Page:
The assumption that the number of deaths is related to a Poisson distribution is found widely in the literature (see [24, Sect. 10.4] and the references therein). A classical example of this distribution in this context, involves the number of deaths caused by horse kicks to men in the Prussian Army between 1875 and 1894. In the present manuscript, we consider the Poisson and negative binomial distributions as the underlying distributions and compare its predictive power with others models.

2.2 Auto-regressive integrated moving average

The ARIMA model, introduced by Box–Jenkins in 1970s [25], is one of the most classic methods of time series analysis. It has been widely used to forecast infectious diseases. We refer to [26, 27] for background. The method is based on fitting an autoregression model of order p (AR(p)) combined with a moving average model of order q (MA(q)) defining an ARMA(p,q) model where ϵt is a random variable with mean zero and variance σ2. If the time series is not stationary in the mean, as is often the case in demography and epidemiology, a differencing transformation of order d will be applied to attain stationarity.

A non–seasonal ARIMA model is generally referred to as ARIMA(p,d,q) where p is the order of autoregression, d is the degree of differencing, and q is the order of moving average. In terms of the backward shift operator , the model can be expressed symbolically as where ϕ(z) = 1 − ϕ1 z − ⋯ − ϕp zp and θ(z) = 1 + θ1 z + ⋯ + θq zq and ϵt is a white noise with zero mean and variance σ2. When d = 1, there is a trend with slope μ, often called “drift”.

Seasonal ARIMA models, also known as SARIMA, are also capable of modelling a wide range of seasonal data, as in our case. A seasonal ARIMA model is formed by including additional seasonal terms in the ARIMA model (3) where Φ(z) = 1 − Φ1 z − ⋯ − ΦP zP, Θ(z) = 1+Θ1 z + ⋯ + ΘQ zQ and m is the seasonal frequency. These class of models are denoted generically by ARIMA(p,d,q)(P,D,Q)m.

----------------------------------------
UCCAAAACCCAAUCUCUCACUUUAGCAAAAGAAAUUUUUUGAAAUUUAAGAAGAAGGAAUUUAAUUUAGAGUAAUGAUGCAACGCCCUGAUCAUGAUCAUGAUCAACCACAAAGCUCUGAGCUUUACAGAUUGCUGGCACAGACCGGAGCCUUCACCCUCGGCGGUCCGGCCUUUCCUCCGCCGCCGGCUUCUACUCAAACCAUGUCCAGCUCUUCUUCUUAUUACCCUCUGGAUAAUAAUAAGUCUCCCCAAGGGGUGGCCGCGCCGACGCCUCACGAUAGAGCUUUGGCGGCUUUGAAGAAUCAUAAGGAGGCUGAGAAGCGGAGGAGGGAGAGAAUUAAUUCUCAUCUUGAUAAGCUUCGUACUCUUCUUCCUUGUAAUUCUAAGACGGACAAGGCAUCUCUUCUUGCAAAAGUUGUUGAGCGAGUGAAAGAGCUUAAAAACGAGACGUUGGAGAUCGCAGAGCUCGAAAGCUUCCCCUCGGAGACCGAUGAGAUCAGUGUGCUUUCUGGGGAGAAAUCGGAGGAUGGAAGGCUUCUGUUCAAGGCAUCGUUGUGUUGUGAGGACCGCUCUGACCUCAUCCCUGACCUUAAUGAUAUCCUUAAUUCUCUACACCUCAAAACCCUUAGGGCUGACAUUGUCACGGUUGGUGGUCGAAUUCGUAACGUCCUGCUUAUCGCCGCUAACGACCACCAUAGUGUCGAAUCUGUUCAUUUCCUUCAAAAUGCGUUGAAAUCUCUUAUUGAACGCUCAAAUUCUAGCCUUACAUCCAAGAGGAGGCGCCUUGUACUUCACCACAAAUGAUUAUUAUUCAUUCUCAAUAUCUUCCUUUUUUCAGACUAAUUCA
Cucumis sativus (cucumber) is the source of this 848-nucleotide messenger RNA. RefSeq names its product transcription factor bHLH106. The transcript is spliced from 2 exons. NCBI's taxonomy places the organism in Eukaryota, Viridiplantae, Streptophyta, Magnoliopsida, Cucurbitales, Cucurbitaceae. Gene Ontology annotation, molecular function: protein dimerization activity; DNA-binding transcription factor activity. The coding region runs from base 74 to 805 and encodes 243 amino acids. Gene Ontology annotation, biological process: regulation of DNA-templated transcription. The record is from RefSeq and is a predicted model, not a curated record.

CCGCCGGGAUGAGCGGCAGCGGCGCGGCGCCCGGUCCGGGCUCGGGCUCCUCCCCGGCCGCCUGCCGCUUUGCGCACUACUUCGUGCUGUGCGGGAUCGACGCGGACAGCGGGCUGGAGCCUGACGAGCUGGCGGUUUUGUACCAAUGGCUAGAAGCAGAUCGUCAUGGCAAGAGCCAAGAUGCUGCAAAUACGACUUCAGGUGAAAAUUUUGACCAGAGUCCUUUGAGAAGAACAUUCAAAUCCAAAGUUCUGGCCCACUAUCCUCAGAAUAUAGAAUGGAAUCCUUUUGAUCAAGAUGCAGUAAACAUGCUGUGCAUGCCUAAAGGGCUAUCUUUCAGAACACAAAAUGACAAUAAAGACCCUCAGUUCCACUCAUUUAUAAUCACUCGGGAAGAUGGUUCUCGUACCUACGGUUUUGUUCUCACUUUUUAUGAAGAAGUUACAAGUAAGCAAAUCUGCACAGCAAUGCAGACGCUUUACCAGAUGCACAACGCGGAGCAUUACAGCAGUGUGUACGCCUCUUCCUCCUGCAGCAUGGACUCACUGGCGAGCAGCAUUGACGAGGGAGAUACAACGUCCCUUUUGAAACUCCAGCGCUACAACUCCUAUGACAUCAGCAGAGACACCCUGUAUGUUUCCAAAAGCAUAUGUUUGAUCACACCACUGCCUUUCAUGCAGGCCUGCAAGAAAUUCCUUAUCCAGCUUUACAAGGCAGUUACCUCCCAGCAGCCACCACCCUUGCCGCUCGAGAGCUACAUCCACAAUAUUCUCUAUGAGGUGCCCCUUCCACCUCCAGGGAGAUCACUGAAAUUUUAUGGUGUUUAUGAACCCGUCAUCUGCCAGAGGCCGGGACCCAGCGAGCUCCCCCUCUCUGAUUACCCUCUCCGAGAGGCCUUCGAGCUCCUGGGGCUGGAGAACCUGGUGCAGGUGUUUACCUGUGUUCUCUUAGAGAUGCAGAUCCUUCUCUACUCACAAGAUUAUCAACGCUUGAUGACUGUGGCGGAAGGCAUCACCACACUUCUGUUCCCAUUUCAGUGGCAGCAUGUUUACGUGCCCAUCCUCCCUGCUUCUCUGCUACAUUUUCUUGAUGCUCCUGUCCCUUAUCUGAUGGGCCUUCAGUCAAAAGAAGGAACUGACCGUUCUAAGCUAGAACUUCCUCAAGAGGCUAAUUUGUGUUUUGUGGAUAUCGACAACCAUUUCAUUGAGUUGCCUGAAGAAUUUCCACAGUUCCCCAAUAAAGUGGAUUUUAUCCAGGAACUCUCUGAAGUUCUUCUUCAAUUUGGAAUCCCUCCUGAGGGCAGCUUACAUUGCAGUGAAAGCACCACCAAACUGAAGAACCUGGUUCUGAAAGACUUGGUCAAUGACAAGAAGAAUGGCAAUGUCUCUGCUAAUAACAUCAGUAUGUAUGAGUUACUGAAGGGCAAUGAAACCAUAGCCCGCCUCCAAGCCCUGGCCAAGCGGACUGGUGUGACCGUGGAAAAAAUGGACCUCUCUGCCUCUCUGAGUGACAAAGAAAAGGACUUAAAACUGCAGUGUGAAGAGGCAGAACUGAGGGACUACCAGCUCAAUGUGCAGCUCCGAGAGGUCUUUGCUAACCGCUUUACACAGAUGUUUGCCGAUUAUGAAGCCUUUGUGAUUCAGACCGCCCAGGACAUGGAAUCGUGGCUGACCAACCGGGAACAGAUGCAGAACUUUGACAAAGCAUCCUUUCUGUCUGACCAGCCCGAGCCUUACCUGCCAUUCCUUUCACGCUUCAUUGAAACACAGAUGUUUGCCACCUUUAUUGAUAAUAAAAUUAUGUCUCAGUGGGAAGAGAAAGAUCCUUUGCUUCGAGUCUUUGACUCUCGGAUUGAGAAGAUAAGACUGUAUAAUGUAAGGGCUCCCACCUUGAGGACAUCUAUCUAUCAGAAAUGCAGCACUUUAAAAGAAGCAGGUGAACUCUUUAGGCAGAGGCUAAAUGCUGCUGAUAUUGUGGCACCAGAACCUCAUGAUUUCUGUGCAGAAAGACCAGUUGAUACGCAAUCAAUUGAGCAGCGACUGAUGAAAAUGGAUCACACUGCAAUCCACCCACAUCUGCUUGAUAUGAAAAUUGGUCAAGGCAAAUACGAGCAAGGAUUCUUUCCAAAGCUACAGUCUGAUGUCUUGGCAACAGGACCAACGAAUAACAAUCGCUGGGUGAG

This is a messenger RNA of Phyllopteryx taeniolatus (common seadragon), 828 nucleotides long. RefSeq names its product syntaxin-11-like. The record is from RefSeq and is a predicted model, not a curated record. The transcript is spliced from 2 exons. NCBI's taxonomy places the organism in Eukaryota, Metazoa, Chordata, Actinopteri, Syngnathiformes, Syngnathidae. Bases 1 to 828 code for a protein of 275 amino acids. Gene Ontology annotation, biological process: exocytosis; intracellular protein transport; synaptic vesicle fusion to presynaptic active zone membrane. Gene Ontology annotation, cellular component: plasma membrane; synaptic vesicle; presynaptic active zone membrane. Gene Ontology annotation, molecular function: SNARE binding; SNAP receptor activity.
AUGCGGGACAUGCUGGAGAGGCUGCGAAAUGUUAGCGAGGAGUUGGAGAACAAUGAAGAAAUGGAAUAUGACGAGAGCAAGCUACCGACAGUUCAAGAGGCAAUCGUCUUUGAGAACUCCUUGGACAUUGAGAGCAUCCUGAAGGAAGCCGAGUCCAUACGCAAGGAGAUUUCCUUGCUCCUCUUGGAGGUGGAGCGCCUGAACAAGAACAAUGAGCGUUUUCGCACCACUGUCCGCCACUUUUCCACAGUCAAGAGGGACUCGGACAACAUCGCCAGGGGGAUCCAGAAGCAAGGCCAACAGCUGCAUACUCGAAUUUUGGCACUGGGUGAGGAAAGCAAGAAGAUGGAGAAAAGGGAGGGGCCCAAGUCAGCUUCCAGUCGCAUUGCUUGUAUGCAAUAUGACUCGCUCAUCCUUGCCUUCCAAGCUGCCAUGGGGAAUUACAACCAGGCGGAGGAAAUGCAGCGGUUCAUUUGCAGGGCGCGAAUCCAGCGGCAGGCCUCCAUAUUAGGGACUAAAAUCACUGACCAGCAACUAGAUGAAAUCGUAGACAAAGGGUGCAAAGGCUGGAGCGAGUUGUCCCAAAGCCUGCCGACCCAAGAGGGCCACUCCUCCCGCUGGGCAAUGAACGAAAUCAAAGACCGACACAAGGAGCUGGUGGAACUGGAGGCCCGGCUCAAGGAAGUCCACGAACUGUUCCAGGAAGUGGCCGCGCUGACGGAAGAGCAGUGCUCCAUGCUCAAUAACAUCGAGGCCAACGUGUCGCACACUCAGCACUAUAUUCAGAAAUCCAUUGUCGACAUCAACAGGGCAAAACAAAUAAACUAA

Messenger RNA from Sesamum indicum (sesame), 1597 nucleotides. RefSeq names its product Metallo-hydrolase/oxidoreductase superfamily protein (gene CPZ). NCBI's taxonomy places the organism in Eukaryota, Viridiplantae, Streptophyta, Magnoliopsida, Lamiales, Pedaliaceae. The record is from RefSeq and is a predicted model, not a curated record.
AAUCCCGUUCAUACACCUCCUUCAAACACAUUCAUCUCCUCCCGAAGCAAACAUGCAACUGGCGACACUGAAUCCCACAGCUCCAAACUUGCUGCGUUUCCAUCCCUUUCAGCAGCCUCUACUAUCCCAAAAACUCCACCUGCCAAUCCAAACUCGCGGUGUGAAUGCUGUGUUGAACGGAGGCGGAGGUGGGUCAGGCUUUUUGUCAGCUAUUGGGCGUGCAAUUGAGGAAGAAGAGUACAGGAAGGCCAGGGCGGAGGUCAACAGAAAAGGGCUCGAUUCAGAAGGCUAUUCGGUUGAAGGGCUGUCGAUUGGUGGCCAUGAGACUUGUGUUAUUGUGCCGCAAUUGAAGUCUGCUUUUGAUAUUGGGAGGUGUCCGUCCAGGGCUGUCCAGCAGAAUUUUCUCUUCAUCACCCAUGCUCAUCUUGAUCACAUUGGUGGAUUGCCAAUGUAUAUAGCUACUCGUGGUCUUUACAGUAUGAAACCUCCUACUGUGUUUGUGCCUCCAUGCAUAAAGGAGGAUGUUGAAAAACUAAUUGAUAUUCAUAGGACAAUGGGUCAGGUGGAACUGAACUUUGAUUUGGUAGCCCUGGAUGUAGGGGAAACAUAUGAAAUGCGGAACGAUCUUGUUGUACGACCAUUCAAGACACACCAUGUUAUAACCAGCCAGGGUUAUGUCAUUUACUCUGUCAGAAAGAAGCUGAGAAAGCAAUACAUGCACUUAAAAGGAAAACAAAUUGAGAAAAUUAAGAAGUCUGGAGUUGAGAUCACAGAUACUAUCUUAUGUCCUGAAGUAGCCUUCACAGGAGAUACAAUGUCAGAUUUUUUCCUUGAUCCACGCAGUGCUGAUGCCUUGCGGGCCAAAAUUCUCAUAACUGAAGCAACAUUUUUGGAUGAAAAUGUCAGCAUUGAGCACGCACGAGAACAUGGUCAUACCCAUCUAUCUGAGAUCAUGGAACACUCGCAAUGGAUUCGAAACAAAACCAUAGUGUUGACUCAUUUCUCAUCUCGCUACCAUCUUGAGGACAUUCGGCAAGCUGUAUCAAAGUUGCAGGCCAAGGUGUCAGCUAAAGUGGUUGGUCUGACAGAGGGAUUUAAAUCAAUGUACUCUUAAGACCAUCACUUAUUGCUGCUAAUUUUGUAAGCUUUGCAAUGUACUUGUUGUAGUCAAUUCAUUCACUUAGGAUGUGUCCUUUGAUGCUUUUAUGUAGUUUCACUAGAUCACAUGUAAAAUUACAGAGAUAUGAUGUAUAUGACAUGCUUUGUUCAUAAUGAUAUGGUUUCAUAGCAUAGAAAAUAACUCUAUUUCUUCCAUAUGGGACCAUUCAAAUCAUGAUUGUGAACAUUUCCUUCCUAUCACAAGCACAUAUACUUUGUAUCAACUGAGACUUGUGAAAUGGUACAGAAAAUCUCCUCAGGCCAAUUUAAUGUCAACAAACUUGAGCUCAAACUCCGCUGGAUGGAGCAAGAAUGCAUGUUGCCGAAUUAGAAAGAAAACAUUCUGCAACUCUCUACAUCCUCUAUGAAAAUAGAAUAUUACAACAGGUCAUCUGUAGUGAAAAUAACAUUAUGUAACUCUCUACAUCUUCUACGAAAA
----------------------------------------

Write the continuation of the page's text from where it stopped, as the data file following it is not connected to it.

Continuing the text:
2.2.1 Criteria for ARIMA model selection.

We use the most recent automated selection of ARIMA model, provided via the ‘forecast’ package [28] of the R software known as automatic ARIMA, it includes both seasonal and non–seasonal variants and is executed through the function auto.arima(). A detailed description of the algorithm can be found in [29, 27, Sect. 9.7]. The algorithm is summarized as follows.

  1. For the degree of differencing (d), the algorithm implemented in R allows obtaining this parameter using three different unit root tests: the Kwiatkowski-Phillips-Schmidt-Shin (KPSS), the Augmented Dickey-Fuller (ADF) and the Phillips-Perron (PP) tests, which are all well known in the literature about ARIMA models (see, e.g., [26]). In this study, we considered these three methods.
  2. Following the Box-Jenkins methodology, after differencing d times the time series, the method requires identifying the stationary ARMA structure, i.e., obtaining the parameters p and q. To do this, the algorithm implemented in R minimizes the Akaike Information Criterion (AIC). Among all the options available in the R software, we used the options approximation = FALSE in order to avoid approximations to speed up the search, because this does not guarantee to find the best model and, on the other hand, stepwise = FALSE which allows to search for every combination of models given by p and q.

2.3 Exponential smoothing

Exponential smoothing methods are a class of time series forecasting techniques for univariate data and represent a powerful forecasting tool. These methods consider that a prediction is a weighted sum of past observations and use an exponentially decreasing weight for past observations (see [30, 31]). Three extra letters in the front of the method notation is used, to distinguish the models with additive and multiplicative errors. Thus, the triplet (E,T,S) refers to the three components: error, trend and seasonality. For instance, the model ETS(A,N,A), has additive errors, no trend and additive seasonality. In component form it can be expressed as where m is the seasonal parameter, α, γ numerical coefficients and {ϵt} is a white noise series which represents what is new and unpredictable and it is referred to as the errors or innovations.

The ‘forecast’ package for the R software through the ets() function, provides an efficient automatic selection from a taxonomy of over 30 possible options of forecasting models based in error, trend and seasonal components, [27, 30]. The best model selection is based on the AIC, AICc (this criteria is an AIC with a correction for small sample sizes) or the Bayesian information criterion (BIC).